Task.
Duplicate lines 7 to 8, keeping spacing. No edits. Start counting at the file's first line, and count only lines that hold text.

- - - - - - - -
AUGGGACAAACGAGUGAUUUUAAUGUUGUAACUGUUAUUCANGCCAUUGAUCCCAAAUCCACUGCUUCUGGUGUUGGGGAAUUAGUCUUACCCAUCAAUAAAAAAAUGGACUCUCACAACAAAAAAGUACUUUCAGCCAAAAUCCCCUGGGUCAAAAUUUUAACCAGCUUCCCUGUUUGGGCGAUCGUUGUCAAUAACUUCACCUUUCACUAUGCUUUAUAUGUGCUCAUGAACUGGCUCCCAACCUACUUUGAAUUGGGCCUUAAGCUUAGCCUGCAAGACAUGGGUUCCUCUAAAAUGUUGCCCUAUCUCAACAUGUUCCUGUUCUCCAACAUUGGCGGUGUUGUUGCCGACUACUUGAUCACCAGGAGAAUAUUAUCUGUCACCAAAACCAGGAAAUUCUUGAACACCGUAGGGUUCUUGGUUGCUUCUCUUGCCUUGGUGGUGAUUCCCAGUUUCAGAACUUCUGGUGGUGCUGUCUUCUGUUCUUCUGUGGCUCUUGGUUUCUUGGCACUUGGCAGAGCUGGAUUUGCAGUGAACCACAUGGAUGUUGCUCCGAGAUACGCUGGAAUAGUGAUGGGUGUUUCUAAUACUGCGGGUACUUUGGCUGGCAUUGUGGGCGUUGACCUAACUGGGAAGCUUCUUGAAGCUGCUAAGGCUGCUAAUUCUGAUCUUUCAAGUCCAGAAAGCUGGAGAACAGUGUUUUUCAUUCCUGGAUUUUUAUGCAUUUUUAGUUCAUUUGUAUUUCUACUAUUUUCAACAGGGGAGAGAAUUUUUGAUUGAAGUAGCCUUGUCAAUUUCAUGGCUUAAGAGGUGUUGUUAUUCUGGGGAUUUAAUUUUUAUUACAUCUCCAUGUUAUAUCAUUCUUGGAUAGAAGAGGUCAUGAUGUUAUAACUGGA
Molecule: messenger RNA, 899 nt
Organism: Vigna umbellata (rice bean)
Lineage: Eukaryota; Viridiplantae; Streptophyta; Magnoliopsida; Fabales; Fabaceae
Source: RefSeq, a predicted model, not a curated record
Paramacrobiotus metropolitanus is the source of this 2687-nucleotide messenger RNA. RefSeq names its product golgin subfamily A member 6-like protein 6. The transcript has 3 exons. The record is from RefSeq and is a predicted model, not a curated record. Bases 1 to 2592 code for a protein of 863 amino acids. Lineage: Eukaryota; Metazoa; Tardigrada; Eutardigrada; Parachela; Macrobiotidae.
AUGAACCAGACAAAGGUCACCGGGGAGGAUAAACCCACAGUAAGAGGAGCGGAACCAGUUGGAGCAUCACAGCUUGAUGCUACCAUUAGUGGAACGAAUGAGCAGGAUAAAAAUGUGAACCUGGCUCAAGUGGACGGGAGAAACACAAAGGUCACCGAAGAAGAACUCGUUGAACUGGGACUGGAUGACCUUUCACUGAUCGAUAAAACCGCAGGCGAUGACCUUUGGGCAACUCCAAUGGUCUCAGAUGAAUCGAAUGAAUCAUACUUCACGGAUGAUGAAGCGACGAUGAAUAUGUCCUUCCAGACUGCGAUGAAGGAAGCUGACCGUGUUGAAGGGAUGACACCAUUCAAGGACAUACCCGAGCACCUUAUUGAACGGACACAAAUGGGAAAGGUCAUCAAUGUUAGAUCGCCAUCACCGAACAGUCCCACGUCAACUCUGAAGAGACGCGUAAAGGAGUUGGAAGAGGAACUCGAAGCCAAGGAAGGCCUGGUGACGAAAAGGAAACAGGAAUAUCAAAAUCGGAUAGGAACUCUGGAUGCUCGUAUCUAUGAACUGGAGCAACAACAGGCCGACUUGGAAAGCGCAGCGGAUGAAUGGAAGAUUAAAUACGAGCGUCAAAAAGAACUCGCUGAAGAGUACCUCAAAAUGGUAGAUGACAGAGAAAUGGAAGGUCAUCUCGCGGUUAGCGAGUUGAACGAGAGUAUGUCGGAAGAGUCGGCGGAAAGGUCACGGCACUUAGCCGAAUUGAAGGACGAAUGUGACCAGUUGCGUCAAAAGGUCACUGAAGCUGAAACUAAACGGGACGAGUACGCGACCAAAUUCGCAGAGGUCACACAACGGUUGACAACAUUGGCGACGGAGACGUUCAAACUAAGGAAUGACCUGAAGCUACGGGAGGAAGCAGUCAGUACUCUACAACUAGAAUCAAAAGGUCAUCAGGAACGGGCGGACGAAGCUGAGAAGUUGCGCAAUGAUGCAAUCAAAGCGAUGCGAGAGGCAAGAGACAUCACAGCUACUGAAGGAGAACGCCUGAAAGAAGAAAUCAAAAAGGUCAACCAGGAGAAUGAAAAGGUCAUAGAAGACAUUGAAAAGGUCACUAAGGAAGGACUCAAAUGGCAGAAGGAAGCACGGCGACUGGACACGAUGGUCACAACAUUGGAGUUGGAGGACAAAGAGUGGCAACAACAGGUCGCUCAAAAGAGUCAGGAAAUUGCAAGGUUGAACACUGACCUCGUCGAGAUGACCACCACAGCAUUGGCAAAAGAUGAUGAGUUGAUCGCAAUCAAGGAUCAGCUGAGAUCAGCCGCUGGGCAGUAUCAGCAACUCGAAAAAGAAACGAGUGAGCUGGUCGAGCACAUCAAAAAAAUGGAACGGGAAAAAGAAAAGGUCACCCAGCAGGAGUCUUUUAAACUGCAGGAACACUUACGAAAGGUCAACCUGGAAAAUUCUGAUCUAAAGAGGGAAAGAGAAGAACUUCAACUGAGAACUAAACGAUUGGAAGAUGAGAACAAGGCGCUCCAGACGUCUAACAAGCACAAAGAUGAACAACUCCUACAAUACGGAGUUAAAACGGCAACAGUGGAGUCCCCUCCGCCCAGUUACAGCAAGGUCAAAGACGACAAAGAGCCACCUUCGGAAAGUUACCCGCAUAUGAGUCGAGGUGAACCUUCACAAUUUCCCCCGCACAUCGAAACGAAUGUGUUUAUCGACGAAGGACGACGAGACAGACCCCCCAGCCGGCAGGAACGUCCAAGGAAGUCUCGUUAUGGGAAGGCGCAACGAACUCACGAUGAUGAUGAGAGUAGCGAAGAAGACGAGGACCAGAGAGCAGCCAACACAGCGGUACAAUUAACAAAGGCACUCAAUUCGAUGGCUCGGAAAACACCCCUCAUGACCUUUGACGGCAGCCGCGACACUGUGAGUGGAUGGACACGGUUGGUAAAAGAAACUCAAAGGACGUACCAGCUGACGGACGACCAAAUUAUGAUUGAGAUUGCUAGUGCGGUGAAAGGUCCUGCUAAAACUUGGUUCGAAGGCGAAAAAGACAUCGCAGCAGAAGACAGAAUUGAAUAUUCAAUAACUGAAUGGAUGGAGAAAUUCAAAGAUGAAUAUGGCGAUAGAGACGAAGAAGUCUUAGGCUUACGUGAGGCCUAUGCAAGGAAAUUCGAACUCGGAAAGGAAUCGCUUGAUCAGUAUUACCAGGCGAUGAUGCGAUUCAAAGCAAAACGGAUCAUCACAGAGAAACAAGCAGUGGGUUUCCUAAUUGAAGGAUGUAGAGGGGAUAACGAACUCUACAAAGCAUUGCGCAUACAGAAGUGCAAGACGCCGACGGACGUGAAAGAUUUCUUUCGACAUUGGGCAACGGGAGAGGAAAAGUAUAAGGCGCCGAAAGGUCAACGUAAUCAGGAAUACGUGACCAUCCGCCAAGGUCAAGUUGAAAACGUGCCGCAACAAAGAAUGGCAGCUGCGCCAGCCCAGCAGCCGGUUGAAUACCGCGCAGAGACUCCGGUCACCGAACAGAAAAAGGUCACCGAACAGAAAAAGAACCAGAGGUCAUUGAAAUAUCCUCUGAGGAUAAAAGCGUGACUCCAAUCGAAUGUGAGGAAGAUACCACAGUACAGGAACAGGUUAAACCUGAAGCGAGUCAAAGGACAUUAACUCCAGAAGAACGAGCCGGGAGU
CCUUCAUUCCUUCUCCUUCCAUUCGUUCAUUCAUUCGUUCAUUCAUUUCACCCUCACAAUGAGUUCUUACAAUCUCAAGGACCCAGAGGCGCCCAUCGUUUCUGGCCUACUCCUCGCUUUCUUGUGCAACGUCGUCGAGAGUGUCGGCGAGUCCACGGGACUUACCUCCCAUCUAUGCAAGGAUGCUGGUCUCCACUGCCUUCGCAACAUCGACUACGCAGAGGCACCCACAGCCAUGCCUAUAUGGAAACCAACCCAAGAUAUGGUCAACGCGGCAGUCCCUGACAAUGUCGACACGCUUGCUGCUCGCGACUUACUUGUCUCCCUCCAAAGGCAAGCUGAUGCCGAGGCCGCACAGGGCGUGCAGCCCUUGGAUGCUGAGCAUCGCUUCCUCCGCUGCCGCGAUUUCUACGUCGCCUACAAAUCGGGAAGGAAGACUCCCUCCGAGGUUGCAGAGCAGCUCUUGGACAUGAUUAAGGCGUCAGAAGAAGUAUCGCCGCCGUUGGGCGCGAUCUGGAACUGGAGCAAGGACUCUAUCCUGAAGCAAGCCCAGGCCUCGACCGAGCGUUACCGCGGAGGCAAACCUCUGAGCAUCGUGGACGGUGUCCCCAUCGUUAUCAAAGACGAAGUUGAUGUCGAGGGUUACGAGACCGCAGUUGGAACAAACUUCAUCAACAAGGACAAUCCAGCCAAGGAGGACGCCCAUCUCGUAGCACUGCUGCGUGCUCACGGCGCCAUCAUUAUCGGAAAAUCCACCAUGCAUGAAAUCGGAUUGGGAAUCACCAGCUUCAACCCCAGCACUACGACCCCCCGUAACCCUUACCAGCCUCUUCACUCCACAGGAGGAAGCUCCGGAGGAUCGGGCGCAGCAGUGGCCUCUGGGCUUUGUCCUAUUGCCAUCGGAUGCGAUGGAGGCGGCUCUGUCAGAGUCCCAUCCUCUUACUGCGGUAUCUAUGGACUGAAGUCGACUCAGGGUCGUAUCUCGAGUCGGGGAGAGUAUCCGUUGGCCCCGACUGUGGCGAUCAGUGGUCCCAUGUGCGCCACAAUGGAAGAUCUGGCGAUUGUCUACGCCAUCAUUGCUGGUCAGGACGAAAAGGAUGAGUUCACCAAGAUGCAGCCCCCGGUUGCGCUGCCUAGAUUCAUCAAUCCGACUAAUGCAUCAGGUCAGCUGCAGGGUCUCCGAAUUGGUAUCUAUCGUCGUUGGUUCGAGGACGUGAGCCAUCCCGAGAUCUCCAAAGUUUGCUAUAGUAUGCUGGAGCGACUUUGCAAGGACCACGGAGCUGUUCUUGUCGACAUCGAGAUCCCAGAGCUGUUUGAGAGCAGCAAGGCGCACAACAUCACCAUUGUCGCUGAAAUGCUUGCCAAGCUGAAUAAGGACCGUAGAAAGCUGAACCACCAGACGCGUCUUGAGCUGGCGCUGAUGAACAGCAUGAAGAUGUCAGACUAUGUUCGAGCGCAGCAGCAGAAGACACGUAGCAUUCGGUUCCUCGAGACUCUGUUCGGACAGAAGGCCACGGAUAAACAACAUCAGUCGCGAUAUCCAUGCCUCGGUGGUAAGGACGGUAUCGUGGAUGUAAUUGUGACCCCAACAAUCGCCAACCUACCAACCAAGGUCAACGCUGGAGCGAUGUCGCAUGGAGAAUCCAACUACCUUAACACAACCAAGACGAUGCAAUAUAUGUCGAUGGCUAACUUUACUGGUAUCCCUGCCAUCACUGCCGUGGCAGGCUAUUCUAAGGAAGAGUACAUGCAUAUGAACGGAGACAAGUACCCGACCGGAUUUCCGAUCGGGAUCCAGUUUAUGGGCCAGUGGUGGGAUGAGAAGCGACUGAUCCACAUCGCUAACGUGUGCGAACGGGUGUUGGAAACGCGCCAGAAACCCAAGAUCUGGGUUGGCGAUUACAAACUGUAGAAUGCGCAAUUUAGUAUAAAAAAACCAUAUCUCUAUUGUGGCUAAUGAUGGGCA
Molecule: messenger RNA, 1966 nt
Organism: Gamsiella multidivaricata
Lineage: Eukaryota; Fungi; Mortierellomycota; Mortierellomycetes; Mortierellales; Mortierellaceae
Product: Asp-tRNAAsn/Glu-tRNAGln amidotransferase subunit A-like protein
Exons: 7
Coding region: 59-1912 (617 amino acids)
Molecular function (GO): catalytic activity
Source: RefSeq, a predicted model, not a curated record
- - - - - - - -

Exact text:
AUGAACCAGACAAAGGUCACCGGGGAGGAUAAACCCACAGUAAGAGGAGCGGAACCAGUUGGAGCAUCACAGCUUGAUGCUACCAUUAGUGGAACGAAUGAGCAGGAUAAAAAUGUGAACCUGGCUCAAGUGGACGGGAGAAACACAAAGGUCACCGAAGAAGAACUCGUUGAACUGGGACUGGAUGACCUUUCACUGAUCGAUAAAACCGCAGGCGAUGACCUUUGGGCAACUCCAAUGGUCUCAGAUGAAUCGAAUGAAUCAUACUUCACGGAUGAUGAAGCGACGAUGAAUAUGUCCUUCCAGACUGCGAUGAAGGAAGCUGACCGUGUUGAAGGGAUGACACCAUUCAAGGACAUACCCGAGCACCUUAUUGAACGGACACAAAUGGGAAAGGUCAUCAAUGUUAGAUCGCCAUCACCGAACAGUCCCACGUCAACUCUGAAGAGACGCGUAAAGGAGUUGGAAGAGGAACUCGAAGCCAAGGAAGGCCUGGUGACGAAAAGGAAACAGGAAUAUCAAAAUCGGAUAGGAACUCUGGAUGCUCGUAUCUAUGAACUGGAGCAACAACAGGCCGACUUGGAAAGCGCAGCGGAUGAAUGGAAGAUUAAAUACGAGCGUCAAAAAGAACUCGCUGAAGAGUACCUCAAAAUGGUAGAUGACAGAGAAAUGGAAGGUCAUCUCGCGGUUAGCGAGUUGAACGAGAGUAUGUCGGAAGAGUCGGCGGAAAGGUCACGGCACUUAGCCGAAUUGAAGGACGAAUGUGACCAGUUGCGUCAAAAGGUCACUGAAGCUGAAACUAAACGGGACGAGUACGCGACCAAAUUCGCAGAGGUCACACAACGGUUGACAACAUUGGCGACGGAGACGUUCAAACUAAGGAAUGACCUGAAGCUACGGGAGGAAGCAGUCAGUACUCUACAACUAGAAUCAAAAGGUCAUCAGGAACGGGCGGACGAAGCUGAGAAGUUGCGCAAUGAUGCAAUCAAAGCGAUGCGAGAGGCAAGAGACAUCACAGCUACUGAAGGAGAACGCCUGAAAGAAGAAAUCAAAAAGGUCAACCAGGAGAAUGAAAAGGUCAUAGAAGACAUUGAAAAGGUCACUAAGGAAGGACUCAAAUGGCAGAAGGAAGCACGGCGACUGGACACGAUGGUCACAACAUUGGAGUUGGAGGACAAAGAGUGGCAACAACAGGUCGCUCAAAAGAGUCAGGAAAUUGCAAGGUUGAACACUGACCUCGUCGAGAUGACCACCACAGCAUUGGCAAAAGAUGAUGAGUUGAUCGCAAUCAAGGAUCAGCUGAGAUCAGCCGCUGGGCAGUAUCAGCAACUCGAAAAAGAAACGAGUGAGCUGGUCGAGCACAUCAAAAAAAUGGAACGGGAAAAAGAAAAGGUCACCCAGCAGGAGUCUUUUAAACUGCAGGAACACUUACGAAAGGUCAACCUGGAAAAUUCUGAUCUAAAGAGGGAAAGAGAAGAACUUCAACUGAGAACUAAACGAUUGGAAGAUGAGAACAAGGCGCUCCAGACGUCUAACAAGCACAAAGAUGAACAACUCCUACAAUACGGAGUUAAAACGGCAACAGUGGAGUCCCCUCCGCCCAGUUACAGCAAGGUCAAAGACGACAAAGAGCCACCUUCGGAAAGUUACCCGCAUAUGAGUCGAGGUGAACCUUCACAAUUUCCCCCGCACAUCGAAACGAAUGUGUUUAUCGACGAAGGACGACGAGACAGACCCCCCAGCCGGCAGGAACGUCCAAGGAAGUCUCGUUAUGGGAAGGCGCAACGAACUCACGAUGAUGAUGAGAGUAGCGAAGAAGACGAGGACCAGAGAGCAGCCAACACAGCGGUACAAUUAACAAAGGCACUCAAUUCGAUGGCUCGGAAAACACCCCUCAUGACCUUUGACGGCAGCCGCGACACUGUGAGUGGAUGGACACGGUUGGUAAAAGAAACUCAAAGGACGUACCAGCUGACGGACGACCAAAUUAUGAUUGAGAUUGCUAGUGCGGUGAAAGGUCCUGCUAAAACUUGGUUCGAAGGCGAAAAAGACAUCGCAGCAGAAGACAGAAUUGAAUAUUCAAUAACUGAAUGGAUGGAGAAAUUCAAAGAUGAAUAUGGCGAUAGAGACGAAGAAGUCUUAGGCUUACGUGAGGCCUAUGCAAGGAAAUUCGAACUCGGAAAGGAAUCGCUUGAUCAGUAUUACCAGGCGAUGAUGCGAUUCAAAGCAAAACGGAUCAUCACAGAGAAACAAGCAGUGGGUUUCCUAAUUGAAGGAUGUAGAGGGGAUAACGAACUCUACAAAGCAUUGCGCAUACAGAAGUGCAAGACGCCGACGGACGUGAAAGAUUUCUUUCGACAUUGGGCAACGGGAGAGGAAAAGUAUAAGGCGCCGAAAGGUCAACGUAAUCAGGAAUACGUGACCAUCCGCCAAGGUCAAGUUGAAAACGUGCCGCAACAAAGAAUGGCAGCUGCGCCAGCCCAGCAGCCGGUUGAAUACCGCGCAGAGACUCCGGUCACCGAACAGAAAAAGGUCACCGAACAGAAAAAGAACCAGAGGUCAUUGAAAUAUCCUCUGAGGAUAAAAGCGUGACUCCAAUCGAAUGUGAGGAAGAUACCACAGUACAGGAACAGGUUAAACCUGAAGCGAGUCAAAGGACAUUAACUCCAGAAGAACGAGCCGGGAGU
CCUUCAUUCCUUCUCCUUCCAUUCGUUCAUUCAUUCGUUCAUUCAUUUCACCCUCACAAUGAGUUCUUACAAUCUCAAGGACCCAGAGGCGCCCAUCGUUUCUGGCCUACUCCUCGCUUUCUUGUGCAACGUCGUCGAGAGUGUCGGCGAGUCCACGGGACUUACCUCCCAUCUAUGCAAGGAUGCUGGUCUCCACUGCCUUCGCAACAUCGACUACGCAGAGGCACCCACAGCCAUGCCUAUAUGGAAACCAACCCAAGAUAUGGUCAACGCGGCAGUCCCUGACAAUGUCGACACGCUUGCUGCUCGCGACUUACUUGUCUCCCUCCAAAGGCAAGCUGAUGCCGAGGCCGCACAGGGCGUGCAGCCCUUGGAUGCUGAGCAUCGCUUCCUCCGCUGCCGCGAUUUCUACGUCGCCUACAAAUCGGGAAGGAAGACUCCCUCCGAGGUUGCAGAGCAGCUCUUGGACAUGAUUAAGGCGUCAGAAGAAGUAUCGCCGCCGUUGGGCGCGAUCUGGAACUGGAGCAAGGACUCUAUCCUGAAGCAAGCCCAGGCCUCGACCGAGCGUUACCGCGGAGGCAAACCUCUGAGCAUCGUGGACGGUGUCCCCAUCGUUAUCAAAGACGAAGUUGAUGUCGAGGGUUACGAGACCGCAGUUGGAACAAACUUCAUCAACAAGGACAAUCCAGCCAAGGAGGACGCCCAUCUCGUAGCACUGCUGCGUGCUCACGGCGCCAUCAUUAUCGGAAAAUCCACCAUGCAUGAAAUCGGAUUGGGAAUCACCAGCUUCAACCCCAGCACUACGACCCCCCGUAACCCUUACCAGCCUCUUCACUCCACAGGAGGAAGCUCCGGAGGAUCGGGCGCAGCAGUGGCCUCUGGGCUUUGUCCUAUUGCCAUCGGAUGCGAUGGAGGCGGCUCUGUCAGAGUCCCAUCCUCUUACUGCGGUAUCUAUGGACUGAAGUCGACUCAGGGUCGUAUCUCGAGUCGGGGAGAGUAUCCGUUGGCCCCGACUGUGGCGAUCAGUGGUCCCAUGUGCGCCACAAUGGAAGAUCUGGCGAUUGUCUACGCCAUCAUUGCUGGUCAGGACGAAAAGGAUGAGUUCACCAAGAUGCAGCCCCCGGUUGCGCUGCCUAGAUUCAUCAAUCCGACUAAUGCAUCAGGUCAGCUGCAGGGUCUCCGAAUUGGUAUCUAUCGUCGUUGGUUCGAGGACGUGAGCCAUCCCGAGAUCUCCAAAGUUUGCUAUAGUAUGCUGGAGCGACUUUGCAAGGACCACGGAGCUGUUCUUGUCGACAUCGAGAUCCCAGAGCUGUUUGAGAGCAGCAAGGCGCACAACAUCACCAUUGUCGCUGAAAUGCUUGCCAAGCUGAAUAAGGACCGUAGAAAGCUGAACCACCAGACGCGUCUUGAGCUGGCGCUGAUGAACAGCAUGAAGAUGUCAGACUAUGUUCGAGCGCAGCAGCAGAAGACACGUAGCAUUCGGUUCCUCGAGACUCUGUUCGGACAGAAGGCCACGGAUAAACAACAUCAGUCGCGAUAUCCAUGCCUCGGUGGUAAGGACGGUAUCGUGGAUGUAAUUGUGACCCCAACAAUCGCCAACCUACCAACCAAGGUCAACGCUGGAGCGAUGUCGCAUGGAGAAUCCAACUACCUUAACACAACCAAGACGAUGCAAUAUAUGUCGAUGGCUAACUUUACUGGUAUCCCUGCCAUCACUGCCGUGGCAGGCUAUUCUAAGGAAGAGUACAUGCAUAUGAACGGAGACAAGUACCCGACCGGAUUUCCGAUCGGGAUCCAGUUUAUGGGCCAGUGGUGGGAUGAGAAGCGACUGAUCCACAUCGCUAACGUGUGCGAACGGGUGUUGGAAACGCGCCAGAAACCCAAGAUCUGGGUUGGCGAUUACAAACUGUAGAAUGCGCAAUUUAGUAUAAAAAAACCAUAUCUCUAUUGUGGCUAAUGAUGGGCA